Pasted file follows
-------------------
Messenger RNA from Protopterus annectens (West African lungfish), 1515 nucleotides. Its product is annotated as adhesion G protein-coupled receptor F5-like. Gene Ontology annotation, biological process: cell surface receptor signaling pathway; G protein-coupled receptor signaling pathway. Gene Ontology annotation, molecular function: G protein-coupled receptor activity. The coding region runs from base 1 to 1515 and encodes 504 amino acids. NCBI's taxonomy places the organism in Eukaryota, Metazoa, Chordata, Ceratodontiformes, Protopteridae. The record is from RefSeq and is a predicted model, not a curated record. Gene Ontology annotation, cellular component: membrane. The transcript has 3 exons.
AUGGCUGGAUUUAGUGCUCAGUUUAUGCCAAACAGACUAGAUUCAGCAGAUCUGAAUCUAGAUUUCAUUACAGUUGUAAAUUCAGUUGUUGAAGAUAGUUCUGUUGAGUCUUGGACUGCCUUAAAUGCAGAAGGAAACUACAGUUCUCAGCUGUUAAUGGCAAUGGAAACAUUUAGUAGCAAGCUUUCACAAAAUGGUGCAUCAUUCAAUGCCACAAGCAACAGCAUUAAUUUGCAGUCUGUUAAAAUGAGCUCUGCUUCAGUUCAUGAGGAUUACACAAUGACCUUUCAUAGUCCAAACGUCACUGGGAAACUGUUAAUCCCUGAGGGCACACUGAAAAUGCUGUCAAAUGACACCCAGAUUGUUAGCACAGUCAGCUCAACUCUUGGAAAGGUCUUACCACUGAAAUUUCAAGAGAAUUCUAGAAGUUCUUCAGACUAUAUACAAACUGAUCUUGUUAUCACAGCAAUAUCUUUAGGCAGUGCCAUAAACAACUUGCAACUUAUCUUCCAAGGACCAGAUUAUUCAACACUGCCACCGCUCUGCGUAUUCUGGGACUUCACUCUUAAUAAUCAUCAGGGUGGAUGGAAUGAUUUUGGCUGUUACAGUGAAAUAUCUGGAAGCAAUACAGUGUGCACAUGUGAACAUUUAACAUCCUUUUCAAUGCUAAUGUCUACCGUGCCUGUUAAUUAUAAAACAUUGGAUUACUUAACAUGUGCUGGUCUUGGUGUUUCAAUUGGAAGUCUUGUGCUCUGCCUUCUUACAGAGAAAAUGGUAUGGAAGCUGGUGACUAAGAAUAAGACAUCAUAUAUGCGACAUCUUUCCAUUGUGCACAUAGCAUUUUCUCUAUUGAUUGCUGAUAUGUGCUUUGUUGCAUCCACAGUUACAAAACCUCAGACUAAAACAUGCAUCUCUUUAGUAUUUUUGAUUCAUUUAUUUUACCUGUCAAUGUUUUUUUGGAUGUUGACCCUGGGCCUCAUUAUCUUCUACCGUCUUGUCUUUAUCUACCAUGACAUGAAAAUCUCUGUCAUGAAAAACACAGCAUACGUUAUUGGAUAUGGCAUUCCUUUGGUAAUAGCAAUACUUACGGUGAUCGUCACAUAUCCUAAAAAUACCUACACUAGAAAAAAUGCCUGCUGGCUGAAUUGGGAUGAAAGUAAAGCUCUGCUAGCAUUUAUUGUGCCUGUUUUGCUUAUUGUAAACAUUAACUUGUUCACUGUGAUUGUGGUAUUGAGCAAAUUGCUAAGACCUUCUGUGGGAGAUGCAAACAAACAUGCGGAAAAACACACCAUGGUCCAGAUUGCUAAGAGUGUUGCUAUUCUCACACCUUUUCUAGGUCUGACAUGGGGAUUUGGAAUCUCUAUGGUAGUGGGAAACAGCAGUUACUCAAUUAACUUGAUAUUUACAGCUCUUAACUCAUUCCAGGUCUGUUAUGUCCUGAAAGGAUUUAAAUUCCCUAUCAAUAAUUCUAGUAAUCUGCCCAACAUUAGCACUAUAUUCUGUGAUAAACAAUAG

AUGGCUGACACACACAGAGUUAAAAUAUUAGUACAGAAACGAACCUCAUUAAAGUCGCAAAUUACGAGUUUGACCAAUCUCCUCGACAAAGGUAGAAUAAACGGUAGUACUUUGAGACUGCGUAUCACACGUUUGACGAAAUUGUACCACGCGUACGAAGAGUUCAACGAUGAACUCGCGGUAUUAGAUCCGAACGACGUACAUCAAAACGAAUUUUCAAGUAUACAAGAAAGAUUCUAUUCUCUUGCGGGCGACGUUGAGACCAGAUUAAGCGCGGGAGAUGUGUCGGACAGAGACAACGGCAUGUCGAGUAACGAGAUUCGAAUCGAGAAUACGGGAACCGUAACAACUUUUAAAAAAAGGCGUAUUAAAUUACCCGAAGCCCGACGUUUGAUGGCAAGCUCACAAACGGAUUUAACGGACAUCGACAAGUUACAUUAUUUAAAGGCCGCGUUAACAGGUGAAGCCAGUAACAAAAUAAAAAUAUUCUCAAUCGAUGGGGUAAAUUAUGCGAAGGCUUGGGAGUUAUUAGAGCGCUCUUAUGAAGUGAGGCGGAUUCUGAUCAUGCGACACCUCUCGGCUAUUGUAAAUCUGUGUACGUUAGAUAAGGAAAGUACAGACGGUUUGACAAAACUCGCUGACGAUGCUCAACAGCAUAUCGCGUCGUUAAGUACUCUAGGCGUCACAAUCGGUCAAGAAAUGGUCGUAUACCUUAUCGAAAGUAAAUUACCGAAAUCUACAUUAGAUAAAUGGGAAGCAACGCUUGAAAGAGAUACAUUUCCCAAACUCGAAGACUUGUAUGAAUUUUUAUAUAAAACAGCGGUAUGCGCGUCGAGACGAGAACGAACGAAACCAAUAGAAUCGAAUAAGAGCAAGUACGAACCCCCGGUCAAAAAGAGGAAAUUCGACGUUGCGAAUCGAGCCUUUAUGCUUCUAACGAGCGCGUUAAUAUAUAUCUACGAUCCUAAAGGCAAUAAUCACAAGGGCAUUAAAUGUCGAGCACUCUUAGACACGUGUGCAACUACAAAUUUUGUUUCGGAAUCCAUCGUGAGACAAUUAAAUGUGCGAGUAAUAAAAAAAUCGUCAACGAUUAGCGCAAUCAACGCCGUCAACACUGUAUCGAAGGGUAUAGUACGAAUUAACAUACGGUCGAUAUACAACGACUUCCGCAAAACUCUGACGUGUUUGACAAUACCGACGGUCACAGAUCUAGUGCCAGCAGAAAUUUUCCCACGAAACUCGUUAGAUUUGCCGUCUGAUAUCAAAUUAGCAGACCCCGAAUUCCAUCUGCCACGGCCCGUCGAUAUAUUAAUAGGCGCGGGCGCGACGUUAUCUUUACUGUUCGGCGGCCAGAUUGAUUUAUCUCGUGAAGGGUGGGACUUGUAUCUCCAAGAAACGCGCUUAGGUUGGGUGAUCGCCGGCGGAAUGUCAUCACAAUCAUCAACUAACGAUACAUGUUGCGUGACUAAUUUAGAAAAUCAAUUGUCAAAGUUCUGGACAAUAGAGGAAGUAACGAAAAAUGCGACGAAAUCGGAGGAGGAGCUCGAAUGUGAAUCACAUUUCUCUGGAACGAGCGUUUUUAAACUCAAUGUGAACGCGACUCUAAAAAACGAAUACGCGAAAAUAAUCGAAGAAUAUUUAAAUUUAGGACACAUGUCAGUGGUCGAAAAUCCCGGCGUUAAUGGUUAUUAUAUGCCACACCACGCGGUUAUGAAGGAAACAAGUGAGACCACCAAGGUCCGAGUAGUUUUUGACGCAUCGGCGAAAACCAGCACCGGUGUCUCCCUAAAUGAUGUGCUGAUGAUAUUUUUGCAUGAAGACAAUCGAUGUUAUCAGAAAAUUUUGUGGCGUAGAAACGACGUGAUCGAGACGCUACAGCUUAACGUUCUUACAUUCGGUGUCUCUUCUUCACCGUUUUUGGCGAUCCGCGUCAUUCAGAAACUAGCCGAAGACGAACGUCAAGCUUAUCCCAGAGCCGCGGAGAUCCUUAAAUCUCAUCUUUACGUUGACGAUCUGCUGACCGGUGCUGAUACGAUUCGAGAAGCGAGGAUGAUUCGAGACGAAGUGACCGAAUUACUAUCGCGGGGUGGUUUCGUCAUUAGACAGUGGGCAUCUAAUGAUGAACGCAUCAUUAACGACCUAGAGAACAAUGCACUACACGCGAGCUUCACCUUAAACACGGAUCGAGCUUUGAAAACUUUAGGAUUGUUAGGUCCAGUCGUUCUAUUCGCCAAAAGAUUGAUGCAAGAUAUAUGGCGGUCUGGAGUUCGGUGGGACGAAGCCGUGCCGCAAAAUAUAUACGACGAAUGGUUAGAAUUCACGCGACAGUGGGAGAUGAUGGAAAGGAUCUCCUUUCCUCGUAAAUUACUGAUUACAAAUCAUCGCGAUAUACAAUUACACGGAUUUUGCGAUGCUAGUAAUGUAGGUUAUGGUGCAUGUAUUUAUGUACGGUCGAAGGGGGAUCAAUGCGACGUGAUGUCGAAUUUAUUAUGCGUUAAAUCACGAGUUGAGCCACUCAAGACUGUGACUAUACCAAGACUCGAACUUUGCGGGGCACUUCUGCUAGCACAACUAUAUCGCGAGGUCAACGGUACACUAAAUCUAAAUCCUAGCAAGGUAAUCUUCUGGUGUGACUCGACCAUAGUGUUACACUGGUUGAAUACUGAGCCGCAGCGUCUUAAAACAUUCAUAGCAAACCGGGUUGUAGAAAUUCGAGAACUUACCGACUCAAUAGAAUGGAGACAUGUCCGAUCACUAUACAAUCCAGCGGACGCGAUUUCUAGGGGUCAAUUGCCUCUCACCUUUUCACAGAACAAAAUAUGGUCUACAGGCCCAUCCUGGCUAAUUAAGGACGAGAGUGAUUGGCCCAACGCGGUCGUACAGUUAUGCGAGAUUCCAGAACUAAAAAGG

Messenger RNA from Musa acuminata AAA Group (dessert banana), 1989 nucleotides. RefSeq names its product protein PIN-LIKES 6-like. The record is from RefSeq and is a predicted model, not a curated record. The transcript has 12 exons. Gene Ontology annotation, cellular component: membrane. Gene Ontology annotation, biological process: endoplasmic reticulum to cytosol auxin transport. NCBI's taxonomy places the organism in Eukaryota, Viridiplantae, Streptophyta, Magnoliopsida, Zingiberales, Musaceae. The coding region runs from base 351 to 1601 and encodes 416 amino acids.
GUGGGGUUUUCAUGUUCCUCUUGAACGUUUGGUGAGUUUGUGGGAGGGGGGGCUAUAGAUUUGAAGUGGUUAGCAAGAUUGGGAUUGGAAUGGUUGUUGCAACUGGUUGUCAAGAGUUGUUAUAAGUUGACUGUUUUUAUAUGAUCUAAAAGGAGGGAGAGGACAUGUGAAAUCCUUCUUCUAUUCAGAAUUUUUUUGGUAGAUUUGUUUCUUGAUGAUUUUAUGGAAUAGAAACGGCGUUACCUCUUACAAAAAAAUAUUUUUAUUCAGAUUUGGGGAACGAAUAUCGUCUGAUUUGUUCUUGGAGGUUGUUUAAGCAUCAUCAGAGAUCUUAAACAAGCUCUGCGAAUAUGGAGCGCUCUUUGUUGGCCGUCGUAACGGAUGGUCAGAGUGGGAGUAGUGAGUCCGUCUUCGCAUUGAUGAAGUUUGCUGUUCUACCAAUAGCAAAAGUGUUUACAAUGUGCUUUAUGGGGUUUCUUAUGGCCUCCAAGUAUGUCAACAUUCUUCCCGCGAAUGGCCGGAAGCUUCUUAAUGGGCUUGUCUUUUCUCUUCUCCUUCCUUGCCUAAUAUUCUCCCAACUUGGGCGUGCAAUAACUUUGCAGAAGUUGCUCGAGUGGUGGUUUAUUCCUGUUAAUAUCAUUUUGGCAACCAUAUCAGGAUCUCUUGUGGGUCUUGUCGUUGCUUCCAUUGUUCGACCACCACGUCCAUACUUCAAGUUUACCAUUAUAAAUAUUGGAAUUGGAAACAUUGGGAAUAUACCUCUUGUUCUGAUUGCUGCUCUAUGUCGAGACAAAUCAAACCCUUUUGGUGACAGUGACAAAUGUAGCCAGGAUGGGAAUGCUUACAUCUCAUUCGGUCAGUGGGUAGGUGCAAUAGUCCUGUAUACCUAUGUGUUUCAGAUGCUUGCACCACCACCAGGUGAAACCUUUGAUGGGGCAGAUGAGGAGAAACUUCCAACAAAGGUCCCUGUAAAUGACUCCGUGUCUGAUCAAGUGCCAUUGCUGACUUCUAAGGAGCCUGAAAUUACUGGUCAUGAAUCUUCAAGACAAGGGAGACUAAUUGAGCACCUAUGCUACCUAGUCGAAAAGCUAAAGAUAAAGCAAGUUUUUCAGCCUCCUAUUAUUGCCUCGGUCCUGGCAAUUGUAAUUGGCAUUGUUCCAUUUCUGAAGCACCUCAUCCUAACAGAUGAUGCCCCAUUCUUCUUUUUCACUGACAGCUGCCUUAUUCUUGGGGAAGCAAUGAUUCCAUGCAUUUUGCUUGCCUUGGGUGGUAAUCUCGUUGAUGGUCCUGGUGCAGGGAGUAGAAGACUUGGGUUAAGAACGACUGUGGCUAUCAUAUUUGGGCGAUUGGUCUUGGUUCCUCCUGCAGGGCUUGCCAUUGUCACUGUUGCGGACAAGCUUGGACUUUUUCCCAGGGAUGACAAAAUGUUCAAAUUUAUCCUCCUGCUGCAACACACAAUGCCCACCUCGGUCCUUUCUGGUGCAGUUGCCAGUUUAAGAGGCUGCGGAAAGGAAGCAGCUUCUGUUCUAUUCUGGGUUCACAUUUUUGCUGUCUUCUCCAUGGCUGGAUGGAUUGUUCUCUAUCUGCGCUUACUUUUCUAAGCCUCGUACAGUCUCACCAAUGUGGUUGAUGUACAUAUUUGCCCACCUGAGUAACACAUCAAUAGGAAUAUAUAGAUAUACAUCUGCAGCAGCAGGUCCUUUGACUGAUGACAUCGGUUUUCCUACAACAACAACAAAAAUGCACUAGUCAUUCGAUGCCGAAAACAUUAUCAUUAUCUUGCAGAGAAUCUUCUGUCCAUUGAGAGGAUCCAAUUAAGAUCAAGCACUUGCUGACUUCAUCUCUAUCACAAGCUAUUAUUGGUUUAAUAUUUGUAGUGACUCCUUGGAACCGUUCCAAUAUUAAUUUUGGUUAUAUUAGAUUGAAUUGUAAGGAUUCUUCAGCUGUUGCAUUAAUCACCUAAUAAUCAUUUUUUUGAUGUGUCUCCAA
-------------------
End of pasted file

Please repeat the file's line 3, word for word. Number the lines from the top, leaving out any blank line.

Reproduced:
AUGGCUGACACACACAGAGUUAAAAUAUUAGUACAGAAACGAACCUCAUUAAAGUCGCAAAUUACGAGUUUGACCAAUCUCCUCGACAAAGGUAGAAUAAACGGUAGUACUUUGAGACUGCGUAUCACACGUUUGACGAAAUUGUACCACGCGUACGAAGAGUUCAACGAUGAACUCGCGGUAUUAGAUCCGAACGACGUACAUCAAAACGAAUUUUCAAGUAUACAAGAAAGAUUCUAUUCUCUUGCGGGCGACGUUGAGACCAGAUUAAGCGCGGGAGAUGUGUCGGACAGAGACAACGGCAUGUCGAGUAACGAGAUUCGAAUCGAGAAUACGGGAACCGUAACAACUUUUAAAAAAAGGCGUAUUAAAUUACCCGAAGCCCGACGUUUGAUGGCAAGCUCACAAACGGAUUUAACGGACAUCGACAAGUUACAUUAUUUAAAGGCCGCGUUAACAGGUGAAGCCAGUAACAAAAUAAAAAUAUUCUCAAUCGAUGGGGUAAAUUAUGCGAAGGCUUGGGAGUUAUUAGAGCGCUCUUAUGAAGUGAGGCGGAUUCUGAUCAUGCGACACCUCUCGGCUAUUGUAAAUCUGUGUACGUUAGAUAAGGAAAGUACAGACGGUUUGACAAAACUCGCUGACGAUGCUCAACAGCAUAUCGCGUCGUUAAGUACUCUAGGCGUCACAAUCGGUCAAGAAAUGGUCGUAUACCUUAUCGAAAGUAAAUUACCGAAAUCUACAUUAGAUAAAUGGGAAGCAACGCUUGAAAGAGAUACAUUUCCCAAACUCGAAGACUUGUAUGAAUUUUUAUAUAAAACAGCGGUAUGCGCGUCGAGACGAGAACGAACGAAACCAAUAGAAUCGAAUAAGAGCAAGUACGAACCCCCGGUCAAAAAGAGGAAAUUCGACGUUGCGAAUCGAGCCUUUAUGCUUCUAACGAGCGCGUUAAUAUAUAUCUACGAUCCUAAAGGCAAUAAUCACAAGGGCAUUAAAUGUCGAGCACUCUUAGACACGUGUGCAACUACAAAUUUUGUUUCGGAAUCCAUCGUGAGACAAUUAAAUGUGCGAGUAAUAAAAAAAUCGUCAACGAUUAGCGCAAUCAACGCCGUCAACACUGUAUCGAAGGGUAUAGUACGAAUUAACAUACGGUCGAUAUACAACGACUUCCGCAAAACUCUGACGUGUUUGACAAUACCGACGGUCACAGAUCUAGUGCCAGCAGAAAUUUUCCCACGAAACUCGUUAGAUUUGCCGUCUGAUAUCAAAUUAGCAGACCCCGAAUUCCAUCUGCCACGGCCCGUCGAUAUAUUAAUAGGCGCGGGCGCGACGUUAUCUUUACUGUUCGGCGGCCAGAUUGAUUUAUCUCGUGAAGGGUGGGACUUGUAUCUCCAAGAAACGCGCUUAGGUUGGGUGAUCGCCGGCGGAAUGUCAUCACAAUCAUCAACUAACGAUACAUGUUGCGUGACUAAUUUAGAAAAUCAAUUGUCAAAGUUCUGGACAAUAGAGGAAGUAACGAAAAAUGCGACGAAAUCGGAGGAGGAGCUCGAAUGUGAAUCACAUUUCUCUGGAACGAGCGUUUUUAAACUCAAUGUGAACGCGACUCUAAAAAACGAAUACGCGAAAAUAAUCGAAGAAUAUUUAAAUUUAGGACACAUGUCAGUGGUCGAAAAUCCCGGCGUUAAUGGUUAUUAUAUGCCACACCACGCGGUUAUGAAGGAAACAAGUGAGACCACCAAGGUCCGAGUAGUUUUUGACGCAUCGGCGAAAACCAGCACCGGUGUCUCCCUAAAUGAUGUGCUGAUGAUAUUUUUGCAUGAAGACAAUCGAUGUUAUCAGAAAAUUUUGUGGCGUAGAAACGACGUGAUCGAGACGCUACAGCUUAACGUUCUUACAUUCGGUGUCUCUUCUUCACCGUUUUUGGCGAUCCGCGUCAUUCAGAAACUAGCCGAAGACGAACGUCAAGCUUAUCCCAGAGCCGCGGAGAUCCUUAAAUCUCAUCUUUACGUUGACGAUCUGCUGACCGGUGCUGAUACGAUUCGAGAAGCGAGGAUGAUUCGAGACGAAGUGACCGAAUUACUAUCGCGGGGUGGUUUCGUCAUUAGACAGUGGGCAUCUAAUGAUGAACGCAUCAUUAACGACCUAGAGAACAAUGCACUACACGCGAGCUUCACCUUAAACACGGAUCGAGCUUUGAAAACUUUAGGAUUGUUAGGUCCAGUCGUUCUAUUCGCCAAAAGAUUGAUGCAAGAUAUAUGGCGGUCUGGAGUUCGGUGGGACGAAGCCGUGCCGCAAAAUAUAUACGACGAAUGGUUAGAAUUCACGCGACAGUGGGAGAUGAUGGAAAGGAUCUCCUUUCCUCGUAAAUUACUGAUUACAAAUCAUCGCGAUAUACAAUUACACGGAUUUUGCGAUGCUAGUAAUGUAGGUUAUGGUGCAUGUAUUUAUGUACGGUCGAAGGGGGAUCAAUGCGACGUGAUGUCGAAUUUAUUAUGCGUUAAAUCACGAGUUGAGCCACUCAAGACUGUGACUAUACCAAGACUCGAACUUUGCGGGGCACUUCUGCUAGCACAACUAUAUCGCGAGGUCAACGGUACACUAAAUCUAAAUCCUAGCAAGGUAAUCUUCUGGUGUGACUCGACCAUAGUGUUACACUGGUUGAAUACUGAGCCGCAGCGUCUUAAAACAUUCAUAGCAAACCGGGUUGUAGAAAUUCGAGAACUUACCGACUCAAUAGAAUGGAGACAUGUCCGAUCACUAUACAAUCCAGCGGACGCGAUUUCUAGGGGUCAAUUGCCUCUCACCUUUUCACAGAACAAAAUAUGGUCUACAGGCCCAUCCUGGCUAAUUAAGGACGAGAGUGAUUGGCCCAACGCGGUCGUACAGUUAUGCGAGAUUCCAGAACUAAAAAGG